GM CEO’s second Congressional testimony image

On April 1st, General Motors CEO, Mary Barra, first appeared in front of the House Energy and Commerce Committee’s Oversight and Investigations subcommittee to answer questions about a recall.

Back in February, just days after she took the office, a massive recall that would encompass 2.6 million cars (and later on another 500,000 new Camaros and 3.36 million other cars) was linked to a defective ignition switch.

The batch of 2.6 million cars, among them most prominently the Chevrolet Cobalt and Saturn Ion, was linked so far to at least 54 crashes and 13 deaths and needs the part to be replaced. Also, after several federal investigation started, it was revealed the recall was actually coming years late – an outside internal review concluded that at least 11.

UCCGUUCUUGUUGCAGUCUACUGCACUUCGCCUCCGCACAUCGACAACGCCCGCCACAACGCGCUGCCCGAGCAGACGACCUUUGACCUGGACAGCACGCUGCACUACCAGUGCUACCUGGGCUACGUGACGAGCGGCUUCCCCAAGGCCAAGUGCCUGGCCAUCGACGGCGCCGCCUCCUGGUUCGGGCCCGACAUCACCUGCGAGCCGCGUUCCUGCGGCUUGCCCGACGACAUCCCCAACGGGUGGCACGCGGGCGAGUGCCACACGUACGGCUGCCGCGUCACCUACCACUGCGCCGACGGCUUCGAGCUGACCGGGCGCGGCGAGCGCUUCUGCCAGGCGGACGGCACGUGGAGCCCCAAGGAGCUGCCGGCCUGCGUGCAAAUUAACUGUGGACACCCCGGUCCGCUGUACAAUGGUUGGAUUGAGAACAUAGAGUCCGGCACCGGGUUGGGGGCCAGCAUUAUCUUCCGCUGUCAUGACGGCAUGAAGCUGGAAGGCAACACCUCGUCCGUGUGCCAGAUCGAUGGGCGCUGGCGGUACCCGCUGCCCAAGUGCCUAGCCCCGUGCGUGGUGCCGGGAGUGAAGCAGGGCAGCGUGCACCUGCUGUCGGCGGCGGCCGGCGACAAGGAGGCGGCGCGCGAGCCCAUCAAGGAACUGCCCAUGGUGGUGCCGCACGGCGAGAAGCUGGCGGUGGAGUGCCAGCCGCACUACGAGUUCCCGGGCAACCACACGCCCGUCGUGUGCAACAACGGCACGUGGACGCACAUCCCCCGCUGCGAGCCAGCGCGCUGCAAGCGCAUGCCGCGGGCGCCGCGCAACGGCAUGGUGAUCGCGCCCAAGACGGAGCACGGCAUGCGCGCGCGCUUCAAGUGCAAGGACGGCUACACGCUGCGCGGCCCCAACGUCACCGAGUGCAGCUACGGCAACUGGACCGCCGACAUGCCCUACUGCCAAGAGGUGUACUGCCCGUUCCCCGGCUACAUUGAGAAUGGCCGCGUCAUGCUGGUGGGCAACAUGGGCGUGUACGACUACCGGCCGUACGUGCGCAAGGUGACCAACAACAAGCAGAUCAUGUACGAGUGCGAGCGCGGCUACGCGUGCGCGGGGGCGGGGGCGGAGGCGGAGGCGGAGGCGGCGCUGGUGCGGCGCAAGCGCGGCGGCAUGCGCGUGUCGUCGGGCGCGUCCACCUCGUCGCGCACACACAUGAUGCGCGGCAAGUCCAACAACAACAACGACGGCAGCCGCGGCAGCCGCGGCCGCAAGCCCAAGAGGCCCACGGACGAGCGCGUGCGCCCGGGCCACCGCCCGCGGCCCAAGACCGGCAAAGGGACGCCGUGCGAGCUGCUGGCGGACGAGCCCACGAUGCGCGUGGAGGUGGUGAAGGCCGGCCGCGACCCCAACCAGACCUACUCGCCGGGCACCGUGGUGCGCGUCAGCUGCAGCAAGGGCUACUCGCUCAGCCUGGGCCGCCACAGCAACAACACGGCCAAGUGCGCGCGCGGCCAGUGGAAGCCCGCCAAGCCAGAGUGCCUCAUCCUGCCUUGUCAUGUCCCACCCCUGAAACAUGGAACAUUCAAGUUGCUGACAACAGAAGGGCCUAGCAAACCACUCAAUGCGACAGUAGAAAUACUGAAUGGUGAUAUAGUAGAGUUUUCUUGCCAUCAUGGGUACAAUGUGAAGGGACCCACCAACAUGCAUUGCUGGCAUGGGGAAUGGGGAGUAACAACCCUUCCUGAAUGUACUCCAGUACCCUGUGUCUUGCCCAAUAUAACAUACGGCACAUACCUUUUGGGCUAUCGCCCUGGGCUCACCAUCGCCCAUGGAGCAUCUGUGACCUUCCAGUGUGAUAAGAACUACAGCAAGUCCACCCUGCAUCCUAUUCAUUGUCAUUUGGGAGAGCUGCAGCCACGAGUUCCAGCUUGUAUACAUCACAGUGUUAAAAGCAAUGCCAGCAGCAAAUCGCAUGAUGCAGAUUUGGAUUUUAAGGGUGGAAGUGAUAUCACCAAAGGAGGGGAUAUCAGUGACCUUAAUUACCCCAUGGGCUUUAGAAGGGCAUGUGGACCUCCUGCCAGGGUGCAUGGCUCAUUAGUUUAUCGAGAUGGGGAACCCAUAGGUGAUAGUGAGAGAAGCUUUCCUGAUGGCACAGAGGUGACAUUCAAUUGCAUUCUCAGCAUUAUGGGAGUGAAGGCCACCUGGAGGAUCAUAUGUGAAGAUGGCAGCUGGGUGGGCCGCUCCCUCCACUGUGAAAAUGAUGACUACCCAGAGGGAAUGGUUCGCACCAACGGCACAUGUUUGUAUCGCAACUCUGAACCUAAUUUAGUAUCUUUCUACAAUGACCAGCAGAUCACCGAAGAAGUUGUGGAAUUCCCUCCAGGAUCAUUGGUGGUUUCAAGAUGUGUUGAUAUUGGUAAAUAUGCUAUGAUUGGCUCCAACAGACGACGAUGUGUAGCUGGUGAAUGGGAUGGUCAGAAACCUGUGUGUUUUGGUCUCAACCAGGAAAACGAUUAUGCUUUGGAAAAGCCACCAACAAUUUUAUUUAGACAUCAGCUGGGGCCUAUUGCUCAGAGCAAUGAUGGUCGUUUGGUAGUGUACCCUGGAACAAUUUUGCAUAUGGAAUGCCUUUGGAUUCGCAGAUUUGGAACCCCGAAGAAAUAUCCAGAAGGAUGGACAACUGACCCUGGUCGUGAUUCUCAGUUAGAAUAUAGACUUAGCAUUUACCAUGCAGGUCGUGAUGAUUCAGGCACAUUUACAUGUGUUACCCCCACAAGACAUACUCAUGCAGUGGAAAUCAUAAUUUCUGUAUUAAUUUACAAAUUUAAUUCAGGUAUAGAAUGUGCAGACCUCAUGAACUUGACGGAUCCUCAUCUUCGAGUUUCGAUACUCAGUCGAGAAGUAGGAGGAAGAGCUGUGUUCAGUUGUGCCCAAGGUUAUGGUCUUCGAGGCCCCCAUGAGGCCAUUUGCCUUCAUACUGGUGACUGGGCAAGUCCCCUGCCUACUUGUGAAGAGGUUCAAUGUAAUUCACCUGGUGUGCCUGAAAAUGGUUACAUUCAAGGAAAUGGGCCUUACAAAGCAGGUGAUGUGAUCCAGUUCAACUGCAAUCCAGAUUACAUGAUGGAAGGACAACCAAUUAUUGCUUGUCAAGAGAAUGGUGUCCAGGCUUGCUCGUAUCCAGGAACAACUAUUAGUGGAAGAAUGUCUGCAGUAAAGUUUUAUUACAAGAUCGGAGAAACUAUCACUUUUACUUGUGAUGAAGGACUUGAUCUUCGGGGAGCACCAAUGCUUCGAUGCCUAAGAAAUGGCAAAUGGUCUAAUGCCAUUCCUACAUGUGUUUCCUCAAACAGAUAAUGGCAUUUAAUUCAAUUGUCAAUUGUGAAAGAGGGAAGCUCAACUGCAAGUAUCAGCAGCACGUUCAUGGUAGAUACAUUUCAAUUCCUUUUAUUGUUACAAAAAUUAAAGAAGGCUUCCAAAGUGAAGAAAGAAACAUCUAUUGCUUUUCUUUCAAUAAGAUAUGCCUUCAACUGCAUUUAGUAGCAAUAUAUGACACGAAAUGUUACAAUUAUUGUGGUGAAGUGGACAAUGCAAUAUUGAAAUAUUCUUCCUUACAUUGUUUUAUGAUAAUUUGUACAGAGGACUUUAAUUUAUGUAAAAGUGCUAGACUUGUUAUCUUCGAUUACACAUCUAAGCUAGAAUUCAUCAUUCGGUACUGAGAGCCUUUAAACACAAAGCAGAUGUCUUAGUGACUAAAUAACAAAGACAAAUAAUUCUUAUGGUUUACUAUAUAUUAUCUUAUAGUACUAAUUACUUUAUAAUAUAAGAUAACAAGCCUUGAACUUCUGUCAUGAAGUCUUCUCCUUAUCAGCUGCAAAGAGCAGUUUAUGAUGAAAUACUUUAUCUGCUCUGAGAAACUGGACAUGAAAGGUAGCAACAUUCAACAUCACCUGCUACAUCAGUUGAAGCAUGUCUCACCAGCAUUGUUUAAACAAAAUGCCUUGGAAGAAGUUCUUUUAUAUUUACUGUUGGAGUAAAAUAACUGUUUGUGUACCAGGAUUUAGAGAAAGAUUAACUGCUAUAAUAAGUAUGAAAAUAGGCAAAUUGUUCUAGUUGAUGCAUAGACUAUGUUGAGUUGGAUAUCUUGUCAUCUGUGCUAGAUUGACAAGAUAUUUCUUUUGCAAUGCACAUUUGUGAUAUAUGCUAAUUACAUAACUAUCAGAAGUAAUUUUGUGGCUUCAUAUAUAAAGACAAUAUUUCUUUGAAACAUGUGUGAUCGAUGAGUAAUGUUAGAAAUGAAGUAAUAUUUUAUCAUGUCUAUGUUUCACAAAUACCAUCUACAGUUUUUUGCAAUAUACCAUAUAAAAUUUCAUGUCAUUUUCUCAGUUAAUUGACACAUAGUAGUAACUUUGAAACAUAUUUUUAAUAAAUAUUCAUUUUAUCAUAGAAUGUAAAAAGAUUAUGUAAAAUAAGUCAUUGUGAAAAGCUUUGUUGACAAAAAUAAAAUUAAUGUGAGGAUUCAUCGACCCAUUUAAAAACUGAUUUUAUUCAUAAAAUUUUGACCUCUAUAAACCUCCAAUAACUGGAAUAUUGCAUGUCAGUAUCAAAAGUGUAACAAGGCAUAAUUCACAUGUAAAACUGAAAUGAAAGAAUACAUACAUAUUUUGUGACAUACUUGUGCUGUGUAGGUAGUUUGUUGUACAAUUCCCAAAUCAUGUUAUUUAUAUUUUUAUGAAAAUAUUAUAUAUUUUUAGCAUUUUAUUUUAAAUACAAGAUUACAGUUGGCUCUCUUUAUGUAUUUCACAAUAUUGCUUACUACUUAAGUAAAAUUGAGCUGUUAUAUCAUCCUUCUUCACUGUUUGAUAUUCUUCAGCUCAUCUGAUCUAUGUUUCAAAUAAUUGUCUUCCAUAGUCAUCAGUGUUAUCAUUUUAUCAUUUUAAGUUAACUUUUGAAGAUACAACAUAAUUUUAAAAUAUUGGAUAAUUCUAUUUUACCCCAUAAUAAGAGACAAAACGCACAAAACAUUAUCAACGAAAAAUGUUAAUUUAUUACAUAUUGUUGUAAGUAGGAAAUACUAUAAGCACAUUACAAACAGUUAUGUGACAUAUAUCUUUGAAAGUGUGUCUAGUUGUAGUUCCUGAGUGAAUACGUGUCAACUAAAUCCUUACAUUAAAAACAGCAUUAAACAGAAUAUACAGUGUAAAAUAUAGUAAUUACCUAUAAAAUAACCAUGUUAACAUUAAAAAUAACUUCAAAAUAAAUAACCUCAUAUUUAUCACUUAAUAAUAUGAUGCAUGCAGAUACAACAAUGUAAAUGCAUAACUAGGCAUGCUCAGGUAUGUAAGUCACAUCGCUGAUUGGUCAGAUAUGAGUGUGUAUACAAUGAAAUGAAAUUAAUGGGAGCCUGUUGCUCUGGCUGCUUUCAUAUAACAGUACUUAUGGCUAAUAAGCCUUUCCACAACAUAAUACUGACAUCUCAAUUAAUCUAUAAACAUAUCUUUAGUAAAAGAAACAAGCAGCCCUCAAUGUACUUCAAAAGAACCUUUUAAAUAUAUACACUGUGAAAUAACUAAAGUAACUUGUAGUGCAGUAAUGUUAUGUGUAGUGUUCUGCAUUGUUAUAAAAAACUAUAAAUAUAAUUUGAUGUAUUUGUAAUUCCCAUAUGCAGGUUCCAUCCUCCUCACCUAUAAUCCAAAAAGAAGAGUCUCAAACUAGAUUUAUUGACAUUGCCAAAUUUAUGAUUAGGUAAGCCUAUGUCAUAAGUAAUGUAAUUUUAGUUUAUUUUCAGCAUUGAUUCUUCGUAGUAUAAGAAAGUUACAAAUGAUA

The House panel yesterday questioned Barra and also former US prosecutor Anton Valukas, who headed the GM commissioned report, in an attempt to further shed light on what has become an incredibly complicated affair.

“I know some of you are wondering about my commitment to solve the deep underlying cultural problems uncovered in this report,” said Barra, as victims’ family members were present during the hearing. “The answer is, I will not rest until these problems are resolved,” she said, adding that GM “failed to handle a complex safety issue in a responsible way.”

“After reading Mr. Valukas’s report and conducting this investigation, I still have questions about whether GM employees knowingly withheld information during previous liability lawsuits — information that could have led to an earlier recall and prevented some of these tragedies from occurring,” said Tim Murphy, a Pennsylvania Republican.

The lawmakers showed strong discontent on the batch of only 15 people ousted for the mishandling of the situation and added that even if the review is truthful in claiming that senior executives were not aware of the problem until the recall was ordered, they were nevertheless responsible for the actions of the company and its failing bureaucratic culture.

Via USA Today